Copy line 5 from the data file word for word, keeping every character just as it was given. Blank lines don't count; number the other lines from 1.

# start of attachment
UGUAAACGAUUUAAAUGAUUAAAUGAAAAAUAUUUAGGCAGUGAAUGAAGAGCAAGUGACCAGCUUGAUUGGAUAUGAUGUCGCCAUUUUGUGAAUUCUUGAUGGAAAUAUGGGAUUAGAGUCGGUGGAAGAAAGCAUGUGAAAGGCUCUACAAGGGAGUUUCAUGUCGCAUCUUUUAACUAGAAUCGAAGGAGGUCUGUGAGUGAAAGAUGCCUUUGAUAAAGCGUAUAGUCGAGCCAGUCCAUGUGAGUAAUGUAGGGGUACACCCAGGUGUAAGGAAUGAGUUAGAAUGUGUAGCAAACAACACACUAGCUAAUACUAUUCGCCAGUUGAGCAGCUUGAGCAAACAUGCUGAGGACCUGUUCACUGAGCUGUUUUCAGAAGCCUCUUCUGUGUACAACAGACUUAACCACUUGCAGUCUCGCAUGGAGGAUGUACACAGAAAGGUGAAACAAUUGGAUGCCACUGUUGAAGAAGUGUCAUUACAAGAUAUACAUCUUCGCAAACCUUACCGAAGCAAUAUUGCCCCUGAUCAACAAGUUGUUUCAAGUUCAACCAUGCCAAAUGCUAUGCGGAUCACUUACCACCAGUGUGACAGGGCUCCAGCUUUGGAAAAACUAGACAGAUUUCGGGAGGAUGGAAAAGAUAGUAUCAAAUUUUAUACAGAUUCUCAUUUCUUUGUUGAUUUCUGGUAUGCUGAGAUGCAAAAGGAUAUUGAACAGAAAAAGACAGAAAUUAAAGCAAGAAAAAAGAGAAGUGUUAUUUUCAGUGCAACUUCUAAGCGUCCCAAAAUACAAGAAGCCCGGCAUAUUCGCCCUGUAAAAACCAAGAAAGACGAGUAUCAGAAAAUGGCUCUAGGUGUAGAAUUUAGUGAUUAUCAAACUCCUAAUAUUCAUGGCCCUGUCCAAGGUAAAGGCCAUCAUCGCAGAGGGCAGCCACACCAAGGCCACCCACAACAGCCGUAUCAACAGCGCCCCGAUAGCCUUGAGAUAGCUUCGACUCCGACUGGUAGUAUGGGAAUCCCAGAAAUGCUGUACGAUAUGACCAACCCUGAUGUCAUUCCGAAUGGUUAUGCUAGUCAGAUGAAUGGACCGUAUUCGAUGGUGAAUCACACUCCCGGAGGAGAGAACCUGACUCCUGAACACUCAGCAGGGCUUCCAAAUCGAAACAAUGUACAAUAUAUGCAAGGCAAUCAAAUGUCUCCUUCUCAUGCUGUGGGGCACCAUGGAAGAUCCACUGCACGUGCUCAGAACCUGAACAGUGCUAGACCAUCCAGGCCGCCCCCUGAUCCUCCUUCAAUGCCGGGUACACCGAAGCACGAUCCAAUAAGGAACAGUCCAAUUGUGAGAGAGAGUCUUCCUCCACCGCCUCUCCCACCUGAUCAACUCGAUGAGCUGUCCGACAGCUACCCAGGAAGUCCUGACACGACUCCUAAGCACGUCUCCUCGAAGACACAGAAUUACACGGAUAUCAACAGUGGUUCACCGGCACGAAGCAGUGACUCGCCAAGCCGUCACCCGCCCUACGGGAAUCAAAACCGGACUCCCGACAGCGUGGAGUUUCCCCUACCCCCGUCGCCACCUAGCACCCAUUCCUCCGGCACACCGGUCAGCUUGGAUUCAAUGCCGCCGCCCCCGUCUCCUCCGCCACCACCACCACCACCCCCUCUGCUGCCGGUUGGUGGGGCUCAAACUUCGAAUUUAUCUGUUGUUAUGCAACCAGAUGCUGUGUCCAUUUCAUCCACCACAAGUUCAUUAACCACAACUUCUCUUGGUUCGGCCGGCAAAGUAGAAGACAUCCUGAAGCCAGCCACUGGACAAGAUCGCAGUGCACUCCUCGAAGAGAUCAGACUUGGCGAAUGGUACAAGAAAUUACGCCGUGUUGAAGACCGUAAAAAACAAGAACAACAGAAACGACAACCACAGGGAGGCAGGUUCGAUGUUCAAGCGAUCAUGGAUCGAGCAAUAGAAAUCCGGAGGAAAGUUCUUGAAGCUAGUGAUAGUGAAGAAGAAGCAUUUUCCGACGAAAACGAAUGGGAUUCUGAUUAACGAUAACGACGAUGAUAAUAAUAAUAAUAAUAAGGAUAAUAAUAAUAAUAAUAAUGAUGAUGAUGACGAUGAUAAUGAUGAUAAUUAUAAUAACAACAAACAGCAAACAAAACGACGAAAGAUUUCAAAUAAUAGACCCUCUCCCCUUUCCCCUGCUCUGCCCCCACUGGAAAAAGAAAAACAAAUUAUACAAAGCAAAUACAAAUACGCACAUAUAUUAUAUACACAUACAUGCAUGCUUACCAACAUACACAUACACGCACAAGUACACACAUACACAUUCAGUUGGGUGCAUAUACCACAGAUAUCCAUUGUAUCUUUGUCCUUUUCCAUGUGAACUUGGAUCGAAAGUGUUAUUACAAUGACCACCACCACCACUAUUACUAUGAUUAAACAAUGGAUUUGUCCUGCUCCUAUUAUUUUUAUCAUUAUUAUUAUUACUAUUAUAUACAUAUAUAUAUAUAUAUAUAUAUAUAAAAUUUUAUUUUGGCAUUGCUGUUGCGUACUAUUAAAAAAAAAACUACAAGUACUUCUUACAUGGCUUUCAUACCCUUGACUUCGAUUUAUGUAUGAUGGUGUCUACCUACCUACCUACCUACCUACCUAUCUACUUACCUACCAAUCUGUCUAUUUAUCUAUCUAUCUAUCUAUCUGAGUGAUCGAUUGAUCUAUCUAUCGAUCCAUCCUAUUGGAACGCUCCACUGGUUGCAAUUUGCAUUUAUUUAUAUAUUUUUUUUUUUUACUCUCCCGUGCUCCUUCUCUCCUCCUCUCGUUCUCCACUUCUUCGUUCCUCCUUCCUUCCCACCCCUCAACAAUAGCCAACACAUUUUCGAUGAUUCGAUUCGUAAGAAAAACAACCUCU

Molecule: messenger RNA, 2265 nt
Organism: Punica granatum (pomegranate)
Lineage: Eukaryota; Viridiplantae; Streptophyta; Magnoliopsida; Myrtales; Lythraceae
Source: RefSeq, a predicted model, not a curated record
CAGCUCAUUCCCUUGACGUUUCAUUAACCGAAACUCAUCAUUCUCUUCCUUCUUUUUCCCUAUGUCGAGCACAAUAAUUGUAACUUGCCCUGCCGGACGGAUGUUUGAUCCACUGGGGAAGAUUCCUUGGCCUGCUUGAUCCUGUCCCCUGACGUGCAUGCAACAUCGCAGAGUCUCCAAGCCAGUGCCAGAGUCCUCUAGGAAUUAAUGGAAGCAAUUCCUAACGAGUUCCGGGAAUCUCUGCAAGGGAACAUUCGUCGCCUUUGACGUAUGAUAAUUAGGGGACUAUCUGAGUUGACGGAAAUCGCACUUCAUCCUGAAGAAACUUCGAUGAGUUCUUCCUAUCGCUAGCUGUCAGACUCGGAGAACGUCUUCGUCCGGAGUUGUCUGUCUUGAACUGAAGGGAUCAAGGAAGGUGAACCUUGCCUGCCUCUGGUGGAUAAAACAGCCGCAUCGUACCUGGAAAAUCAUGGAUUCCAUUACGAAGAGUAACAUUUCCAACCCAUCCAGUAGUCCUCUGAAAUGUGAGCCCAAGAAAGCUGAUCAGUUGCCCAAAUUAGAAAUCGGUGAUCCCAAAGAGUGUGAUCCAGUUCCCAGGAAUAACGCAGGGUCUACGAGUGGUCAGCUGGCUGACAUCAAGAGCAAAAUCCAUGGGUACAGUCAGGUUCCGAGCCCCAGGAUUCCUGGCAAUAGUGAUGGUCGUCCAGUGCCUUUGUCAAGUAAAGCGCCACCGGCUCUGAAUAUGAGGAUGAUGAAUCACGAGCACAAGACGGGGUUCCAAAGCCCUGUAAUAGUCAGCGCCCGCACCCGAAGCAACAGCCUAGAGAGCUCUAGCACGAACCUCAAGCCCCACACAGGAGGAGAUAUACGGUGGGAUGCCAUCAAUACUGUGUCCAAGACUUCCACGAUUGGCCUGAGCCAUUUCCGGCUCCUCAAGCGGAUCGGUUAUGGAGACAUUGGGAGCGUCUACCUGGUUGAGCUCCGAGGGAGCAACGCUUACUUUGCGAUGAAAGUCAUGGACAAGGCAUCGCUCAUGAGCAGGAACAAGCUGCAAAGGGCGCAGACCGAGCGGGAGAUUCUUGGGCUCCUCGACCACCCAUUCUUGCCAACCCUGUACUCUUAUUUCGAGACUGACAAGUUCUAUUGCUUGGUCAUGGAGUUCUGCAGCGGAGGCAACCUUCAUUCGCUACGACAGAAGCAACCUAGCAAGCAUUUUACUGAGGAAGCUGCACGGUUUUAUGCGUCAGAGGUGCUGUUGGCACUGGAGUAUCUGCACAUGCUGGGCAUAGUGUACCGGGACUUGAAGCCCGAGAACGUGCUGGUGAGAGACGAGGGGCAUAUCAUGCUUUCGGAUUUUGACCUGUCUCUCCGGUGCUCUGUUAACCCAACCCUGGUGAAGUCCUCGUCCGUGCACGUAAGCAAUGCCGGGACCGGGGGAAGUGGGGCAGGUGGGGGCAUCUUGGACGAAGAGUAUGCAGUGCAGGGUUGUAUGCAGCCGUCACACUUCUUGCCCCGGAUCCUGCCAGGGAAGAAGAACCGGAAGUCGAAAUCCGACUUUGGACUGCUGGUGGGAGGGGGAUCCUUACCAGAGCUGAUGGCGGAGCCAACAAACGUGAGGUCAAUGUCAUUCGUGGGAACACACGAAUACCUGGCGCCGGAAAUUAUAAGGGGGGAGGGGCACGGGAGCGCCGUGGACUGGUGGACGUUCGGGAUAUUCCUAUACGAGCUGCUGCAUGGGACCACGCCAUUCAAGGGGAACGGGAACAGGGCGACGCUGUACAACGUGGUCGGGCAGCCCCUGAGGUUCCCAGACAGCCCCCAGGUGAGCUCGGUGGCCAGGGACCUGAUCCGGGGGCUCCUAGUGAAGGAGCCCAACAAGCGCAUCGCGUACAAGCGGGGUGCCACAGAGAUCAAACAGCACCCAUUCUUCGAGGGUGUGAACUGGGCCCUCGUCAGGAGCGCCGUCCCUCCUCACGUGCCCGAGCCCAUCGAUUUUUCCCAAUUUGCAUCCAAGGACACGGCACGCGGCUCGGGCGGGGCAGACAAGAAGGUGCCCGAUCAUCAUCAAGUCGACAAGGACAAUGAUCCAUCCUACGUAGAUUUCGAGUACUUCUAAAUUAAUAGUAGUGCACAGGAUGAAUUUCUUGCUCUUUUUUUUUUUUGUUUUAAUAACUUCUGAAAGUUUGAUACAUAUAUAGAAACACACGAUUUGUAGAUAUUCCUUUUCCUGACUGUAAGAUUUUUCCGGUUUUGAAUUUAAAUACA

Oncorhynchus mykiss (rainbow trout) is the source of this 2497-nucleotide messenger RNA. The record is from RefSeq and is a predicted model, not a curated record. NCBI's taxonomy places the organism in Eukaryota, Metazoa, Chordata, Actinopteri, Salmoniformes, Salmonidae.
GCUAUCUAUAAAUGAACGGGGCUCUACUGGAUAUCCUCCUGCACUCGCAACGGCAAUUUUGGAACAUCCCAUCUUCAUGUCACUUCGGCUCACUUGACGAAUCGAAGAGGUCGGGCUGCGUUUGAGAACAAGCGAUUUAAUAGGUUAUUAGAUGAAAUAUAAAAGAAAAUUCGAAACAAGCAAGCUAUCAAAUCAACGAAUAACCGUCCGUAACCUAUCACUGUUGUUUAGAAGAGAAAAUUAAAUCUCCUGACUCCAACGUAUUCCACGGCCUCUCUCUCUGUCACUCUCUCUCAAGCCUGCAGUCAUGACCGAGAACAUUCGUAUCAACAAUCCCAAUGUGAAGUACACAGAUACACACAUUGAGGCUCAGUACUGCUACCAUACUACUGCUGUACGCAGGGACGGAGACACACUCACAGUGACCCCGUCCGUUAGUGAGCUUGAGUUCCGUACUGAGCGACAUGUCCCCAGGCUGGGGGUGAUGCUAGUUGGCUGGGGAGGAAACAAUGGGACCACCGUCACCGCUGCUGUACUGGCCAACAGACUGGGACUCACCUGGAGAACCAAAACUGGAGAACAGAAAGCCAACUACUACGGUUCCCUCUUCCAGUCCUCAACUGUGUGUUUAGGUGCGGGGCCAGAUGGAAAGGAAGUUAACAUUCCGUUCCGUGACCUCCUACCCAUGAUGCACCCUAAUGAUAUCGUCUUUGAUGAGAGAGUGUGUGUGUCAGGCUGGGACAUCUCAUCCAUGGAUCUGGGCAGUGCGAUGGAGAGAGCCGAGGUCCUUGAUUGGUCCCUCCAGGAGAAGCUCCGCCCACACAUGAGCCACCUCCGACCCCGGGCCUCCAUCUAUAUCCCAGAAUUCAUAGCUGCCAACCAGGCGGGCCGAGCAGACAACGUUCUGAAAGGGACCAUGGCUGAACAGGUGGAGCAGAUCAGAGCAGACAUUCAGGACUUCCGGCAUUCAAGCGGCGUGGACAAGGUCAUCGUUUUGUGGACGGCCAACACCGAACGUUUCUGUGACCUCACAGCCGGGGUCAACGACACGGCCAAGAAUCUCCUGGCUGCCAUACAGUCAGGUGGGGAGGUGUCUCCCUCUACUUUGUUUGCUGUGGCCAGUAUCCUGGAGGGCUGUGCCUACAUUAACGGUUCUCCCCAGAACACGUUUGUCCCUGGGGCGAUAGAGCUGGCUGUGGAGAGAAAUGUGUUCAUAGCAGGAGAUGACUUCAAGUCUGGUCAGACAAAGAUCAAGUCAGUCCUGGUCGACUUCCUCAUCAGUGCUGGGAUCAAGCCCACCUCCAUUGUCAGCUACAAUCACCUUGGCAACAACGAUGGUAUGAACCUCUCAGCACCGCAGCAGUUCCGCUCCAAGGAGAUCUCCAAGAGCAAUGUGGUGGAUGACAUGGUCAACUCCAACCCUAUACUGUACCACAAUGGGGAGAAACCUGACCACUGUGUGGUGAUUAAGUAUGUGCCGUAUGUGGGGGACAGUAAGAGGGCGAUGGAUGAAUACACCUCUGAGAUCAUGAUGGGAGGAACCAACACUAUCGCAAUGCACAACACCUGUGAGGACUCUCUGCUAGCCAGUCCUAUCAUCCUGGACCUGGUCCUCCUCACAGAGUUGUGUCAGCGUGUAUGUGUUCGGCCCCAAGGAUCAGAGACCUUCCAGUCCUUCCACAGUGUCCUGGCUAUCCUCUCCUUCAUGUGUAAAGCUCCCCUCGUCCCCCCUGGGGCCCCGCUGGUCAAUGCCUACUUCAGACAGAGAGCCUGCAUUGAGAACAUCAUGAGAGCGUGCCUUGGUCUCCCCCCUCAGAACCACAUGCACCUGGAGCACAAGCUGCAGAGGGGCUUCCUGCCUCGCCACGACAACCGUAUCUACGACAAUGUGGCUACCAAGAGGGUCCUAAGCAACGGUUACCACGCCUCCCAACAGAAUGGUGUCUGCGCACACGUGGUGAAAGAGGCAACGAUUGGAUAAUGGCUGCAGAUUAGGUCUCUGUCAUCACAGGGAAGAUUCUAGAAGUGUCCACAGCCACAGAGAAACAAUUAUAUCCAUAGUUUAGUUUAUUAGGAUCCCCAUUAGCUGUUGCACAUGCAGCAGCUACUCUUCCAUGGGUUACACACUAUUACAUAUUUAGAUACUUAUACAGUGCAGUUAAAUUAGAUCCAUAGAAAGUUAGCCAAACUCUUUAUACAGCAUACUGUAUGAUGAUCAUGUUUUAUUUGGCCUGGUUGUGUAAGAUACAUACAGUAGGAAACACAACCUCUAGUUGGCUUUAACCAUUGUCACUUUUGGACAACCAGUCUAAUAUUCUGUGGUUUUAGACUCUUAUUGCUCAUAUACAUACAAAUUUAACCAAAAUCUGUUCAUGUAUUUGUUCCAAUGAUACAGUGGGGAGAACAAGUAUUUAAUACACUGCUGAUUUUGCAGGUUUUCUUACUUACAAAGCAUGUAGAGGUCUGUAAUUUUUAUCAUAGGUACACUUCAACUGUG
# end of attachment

Source: RefSeq, a predicted model, not a curated record